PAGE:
REGGAE, DUB AND RELATED FORMS….
In Jamaica during the 1950s, American R&B was most popular, though mento (a form of folk music) was more common in rural areas. A fusion of the two styles, along with soca and other genres, formed ska, an extremely popular form of music intended for dancing. In the 1960s, reggae and dub emerged from ska and American rock and roll.
Starting the late 1960s, a rock-influenced form of music began developing — this was called rocksteady. With some folk influences (both Jamaican and American), and the growing urban popularity of Rastafari, rocksteady evolved into what is now known as roots reggae. In the 1970s, a style called Lovers rock became popular primarily in the United Kingdom by British performers of ballad-oriented reggae music. The 1970s also saw the emergence of Two Tone in Coventry, England, with bands fusing ska and punk, as well as covering original ska tracks. Punk band The Clash also used Dub and reggae elements.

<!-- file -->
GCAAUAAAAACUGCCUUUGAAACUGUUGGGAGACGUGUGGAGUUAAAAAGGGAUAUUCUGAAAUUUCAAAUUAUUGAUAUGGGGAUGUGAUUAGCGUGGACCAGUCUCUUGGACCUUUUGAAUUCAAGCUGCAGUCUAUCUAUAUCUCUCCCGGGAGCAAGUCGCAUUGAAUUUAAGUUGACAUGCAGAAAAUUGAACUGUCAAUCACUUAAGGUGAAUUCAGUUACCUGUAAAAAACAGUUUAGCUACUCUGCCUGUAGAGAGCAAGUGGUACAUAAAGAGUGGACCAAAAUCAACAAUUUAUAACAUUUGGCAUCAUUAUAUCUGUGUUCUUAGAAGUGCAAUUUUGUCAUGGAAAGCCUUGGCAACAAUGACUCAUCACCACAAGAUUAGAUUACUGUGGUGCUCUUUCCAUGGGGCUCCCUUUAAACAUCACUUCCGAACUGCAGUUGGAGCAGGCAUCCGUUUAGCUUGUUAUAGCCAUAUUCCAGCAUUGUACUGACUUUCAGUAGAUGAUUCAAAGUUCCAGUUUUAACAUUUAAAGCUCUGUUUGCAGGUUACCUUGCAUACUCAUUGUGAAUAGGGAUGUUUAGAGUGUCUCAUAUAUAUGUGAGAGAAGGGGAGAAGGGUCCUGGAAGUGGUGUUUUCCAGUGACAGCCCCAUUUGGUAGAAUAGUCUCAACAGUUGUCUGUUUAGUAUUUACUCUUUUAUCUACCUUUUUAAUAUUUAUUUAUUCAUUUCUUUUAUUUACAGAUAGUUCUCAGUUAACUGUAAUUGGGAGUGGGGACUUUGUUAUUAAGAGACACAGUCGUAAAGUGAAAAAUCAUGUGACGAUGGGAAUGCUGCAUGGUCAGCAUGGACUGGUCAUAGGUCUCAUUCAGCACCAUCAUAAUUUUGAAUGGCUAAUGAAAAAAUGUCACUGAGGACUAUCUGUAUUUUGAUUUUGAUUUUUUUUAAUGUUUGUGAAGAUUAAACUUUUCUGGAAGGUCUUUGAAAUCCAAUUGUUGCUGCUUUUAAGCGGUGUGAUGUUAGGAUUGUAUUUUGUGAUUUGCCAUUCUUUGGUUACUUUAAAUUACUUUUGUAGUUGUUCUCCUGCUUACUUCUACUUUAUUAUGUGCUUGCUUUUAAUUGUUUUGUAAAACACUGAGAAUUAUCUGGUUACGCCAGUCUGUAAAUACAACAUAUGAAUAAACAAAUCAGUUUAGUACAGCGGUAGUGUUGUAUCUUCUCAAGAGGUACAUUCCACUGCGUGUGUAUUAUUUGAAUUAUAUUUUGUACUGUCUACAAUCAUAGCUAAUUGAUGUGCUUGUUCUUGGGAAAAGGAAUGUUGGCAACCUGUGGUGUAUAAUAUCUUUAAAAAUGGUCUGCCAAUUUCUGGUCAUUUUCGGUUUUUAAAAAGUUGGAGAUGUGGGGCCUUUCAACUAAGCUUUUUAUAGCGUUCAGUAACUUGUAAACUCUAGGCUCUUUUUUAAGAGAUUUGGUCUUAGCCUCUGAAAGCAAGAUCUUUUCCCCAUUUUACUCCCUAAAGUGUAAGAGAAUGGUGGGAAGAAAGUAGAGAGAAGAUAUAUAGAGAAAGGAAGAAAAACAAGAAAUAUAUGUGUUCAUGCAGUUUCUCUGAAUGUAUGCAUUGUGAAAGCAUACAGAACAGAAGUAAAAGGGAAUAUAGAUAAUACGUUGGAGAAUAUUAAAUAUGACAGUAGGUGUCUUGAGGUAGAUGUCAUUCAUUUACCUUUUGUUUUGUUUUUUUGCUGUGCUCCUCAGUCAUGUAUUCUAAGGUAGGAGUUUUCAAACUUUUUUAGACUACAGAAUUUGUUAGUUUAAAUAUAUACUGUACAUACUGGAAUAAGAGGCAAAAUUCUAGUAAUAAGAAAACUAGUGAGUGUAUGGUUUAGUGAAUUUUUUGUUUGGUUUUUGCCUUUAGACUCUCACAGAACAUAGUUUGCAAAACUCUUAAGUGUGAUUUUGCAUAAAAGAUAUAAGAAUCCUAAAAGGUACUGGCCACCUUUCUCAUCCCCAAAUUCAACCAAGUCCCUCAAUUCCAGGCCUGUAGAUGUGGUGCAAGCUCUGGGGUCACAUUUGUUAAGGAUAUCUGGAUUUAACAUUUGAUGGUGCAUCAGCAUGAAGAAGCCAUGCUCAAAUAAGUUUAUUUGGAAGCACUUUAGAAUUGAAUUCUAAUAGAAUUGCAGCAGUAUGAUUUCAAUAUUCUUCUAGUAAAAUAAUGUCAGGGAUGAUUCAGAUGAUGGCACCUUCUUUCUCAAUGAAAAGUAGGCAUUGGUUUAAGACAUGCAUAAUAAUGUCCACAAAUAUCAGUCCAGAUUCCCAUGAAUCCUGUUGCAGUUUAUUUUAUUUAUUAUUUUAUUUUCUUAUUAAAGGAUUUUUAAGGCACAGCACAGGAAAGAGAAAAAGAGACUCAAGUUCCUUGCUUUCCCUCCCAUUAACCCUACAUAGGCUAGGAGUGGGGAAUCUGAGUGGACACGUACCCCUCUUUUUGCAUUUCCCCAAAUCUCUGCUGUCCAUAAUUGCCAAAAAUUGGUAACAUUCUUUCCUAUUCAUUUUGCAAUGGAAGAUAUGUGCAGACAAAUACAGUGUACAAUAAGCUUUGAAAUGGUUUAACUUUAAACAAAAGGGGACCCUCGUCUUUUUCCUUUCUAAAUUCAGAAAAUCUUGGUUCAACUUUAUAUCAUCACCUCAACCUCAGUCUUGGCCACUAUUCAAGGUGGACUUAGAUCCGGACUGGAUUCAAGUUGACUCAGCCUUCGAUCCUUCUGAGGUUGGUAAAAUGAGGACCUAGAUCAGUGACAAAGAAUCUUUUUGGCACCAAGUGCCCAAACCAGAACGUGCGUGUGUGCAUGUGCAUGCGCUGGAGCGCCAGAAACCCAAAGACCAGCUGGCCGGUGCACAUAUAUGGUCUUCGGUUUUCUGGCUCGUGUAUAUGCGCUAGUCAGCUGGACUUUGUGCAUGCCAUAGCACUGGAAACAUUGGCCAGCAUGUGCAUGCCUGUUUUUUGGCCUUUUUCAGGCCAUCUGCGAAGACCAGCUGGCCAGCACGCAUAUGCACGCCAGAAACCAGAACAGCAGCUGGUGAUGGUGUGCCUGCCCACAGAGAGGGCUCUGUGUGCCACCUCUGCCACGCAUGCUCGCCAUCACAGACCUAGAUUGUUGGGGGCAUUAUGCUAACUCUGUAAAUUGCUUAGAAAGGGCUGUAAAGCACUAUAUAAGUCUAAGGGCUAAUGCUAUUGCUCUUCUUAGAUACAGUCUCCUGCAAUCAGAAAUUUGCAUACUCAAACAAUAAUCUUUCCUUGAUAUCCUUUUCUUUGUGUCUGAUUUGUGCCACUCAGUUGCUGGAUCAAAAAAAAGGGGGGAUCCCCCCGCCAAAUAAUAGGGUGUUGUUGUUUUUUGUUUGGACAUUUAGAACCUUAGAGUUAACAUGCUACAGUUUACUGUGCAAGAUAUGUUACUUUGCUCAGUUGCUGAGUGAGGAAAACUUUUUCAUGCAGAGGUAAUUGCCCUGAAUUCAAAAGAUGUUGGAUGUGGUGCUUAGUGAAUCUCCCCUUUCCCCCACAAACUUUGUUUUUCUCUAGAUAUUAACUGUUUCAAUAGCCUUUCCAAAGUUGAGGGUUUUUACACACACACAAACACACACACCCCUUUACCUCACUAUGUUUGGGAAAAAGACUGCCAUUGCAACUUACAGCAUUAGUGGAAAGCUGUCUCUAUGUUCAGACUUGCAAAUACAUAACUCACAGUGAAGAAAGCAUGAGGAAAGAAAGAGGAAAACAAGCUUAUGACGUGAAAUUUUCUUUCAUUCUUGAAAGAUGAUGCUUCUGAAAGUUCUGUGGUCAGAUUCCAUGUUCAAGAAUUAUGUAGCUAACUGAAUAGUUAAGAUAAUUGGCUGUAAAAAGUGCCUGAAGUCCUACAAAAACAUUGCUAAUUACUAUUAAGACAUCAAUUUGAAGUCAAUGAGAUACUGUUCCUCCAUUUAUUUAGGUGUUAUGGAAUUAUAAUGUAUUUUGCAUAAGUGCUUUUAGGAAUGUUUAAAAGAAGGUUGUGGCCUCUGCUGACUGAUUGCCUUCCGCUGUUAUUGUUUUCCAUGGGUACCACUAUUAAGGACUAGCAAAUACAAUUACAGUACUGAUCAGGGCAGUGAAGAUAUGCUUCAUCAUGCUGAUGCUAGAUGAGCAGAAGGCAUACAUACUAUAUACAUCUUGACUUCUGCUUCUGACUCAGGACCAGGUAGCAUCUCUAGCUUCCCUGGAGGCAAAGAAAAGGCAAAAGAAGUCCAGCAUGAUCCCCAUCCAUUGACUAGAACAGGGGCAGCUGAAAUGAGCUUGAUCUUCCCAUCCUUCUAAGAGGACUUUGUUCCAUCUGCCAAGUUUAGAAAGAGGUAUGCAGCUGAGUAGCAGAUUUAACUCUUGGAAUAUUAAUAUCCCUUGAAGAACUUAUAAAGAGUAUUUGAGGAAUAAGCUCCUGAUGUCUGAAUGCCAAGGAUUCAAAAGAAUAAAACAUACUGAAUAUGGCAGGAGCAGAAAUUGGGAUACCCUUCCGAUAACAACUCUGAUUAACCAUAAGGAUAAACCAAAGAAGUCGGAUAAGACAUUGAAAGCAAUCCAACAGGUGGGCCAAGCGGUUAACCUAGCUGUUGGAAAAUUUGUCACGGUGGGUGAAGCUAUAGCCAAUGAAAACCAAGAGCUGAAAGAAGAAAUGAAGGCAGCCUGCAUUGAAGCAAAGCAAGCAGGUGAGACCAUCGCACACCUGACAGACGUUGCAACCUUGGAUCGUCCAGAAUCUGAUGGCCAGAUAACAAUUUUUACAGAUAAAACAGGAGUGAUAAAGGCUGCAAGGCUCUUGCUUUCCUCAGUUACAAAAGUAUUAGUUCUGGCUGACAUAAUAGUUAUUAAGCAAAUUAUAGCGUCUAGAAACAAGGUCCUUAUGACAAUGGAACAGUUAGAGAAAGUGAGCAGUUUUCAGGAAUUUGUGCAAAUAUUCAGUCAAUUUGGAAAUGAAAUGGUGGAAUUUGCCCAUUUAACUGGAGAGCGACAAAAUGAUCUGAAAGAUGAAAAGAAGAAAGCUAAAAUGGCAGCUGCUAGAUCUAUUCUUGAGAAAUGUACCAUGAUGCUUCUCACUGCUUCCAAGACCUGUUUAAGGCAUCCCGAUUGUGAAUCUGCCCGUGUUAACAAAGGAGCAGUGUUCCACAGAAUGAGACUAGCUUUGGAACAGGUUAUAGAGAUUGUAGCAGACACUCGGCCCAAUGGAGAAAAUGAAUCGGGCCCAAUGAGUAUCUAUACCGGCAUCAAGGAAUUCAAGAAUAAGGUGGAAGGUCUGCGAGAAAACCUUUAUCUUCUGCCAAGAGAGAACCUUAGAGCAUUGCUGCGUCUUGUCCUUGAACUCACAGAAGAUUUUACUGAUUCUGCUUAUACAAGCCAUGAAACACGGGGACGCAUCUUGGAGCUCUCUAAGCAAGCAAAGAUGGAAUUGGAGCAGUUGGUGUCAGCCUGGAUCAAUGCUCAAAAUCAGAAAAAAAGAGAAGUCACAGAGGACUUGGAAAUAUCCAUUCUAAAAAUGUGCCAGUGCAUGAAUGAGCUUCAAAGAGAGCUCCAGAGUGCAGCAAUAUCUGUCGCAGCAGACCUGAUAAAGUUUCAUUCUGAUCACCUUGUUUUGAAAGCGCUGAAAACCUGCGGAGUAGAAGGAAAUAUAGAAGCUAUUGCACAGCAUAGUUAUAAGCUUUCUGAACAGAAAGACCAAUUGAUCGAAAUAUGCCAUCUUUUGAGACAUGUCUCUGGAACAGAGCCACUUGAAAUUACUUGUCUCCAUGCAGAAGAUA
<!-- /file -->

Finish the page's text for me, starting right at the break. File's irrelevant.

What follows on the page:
Dub emerged in Jamaica when sound system DJs began taking away the vocals from songs so that people could dance to the beat alone. Soon, pioneers like King Tubby and Lee Scratch Perry began adding new vocals over the old beats; the lyrics were rhythmic and rhyme-heavy. After the popularity of reggae died down in the early 1980s, derivatives of dub dominated the Jamaican charts. These included ragga and dance hall, both of which remained popular in Jamaica alone until the mainstream breakthrough of American gangsta rap (which evolved out of dub musicians like DJ Kool Herc moving to American cities). Ragga especially now has many devoted followers throughout the world.
Reggaeton is a fusion of reggae and rap, popular in Latin America, but gradually appearing in the mainstream charts.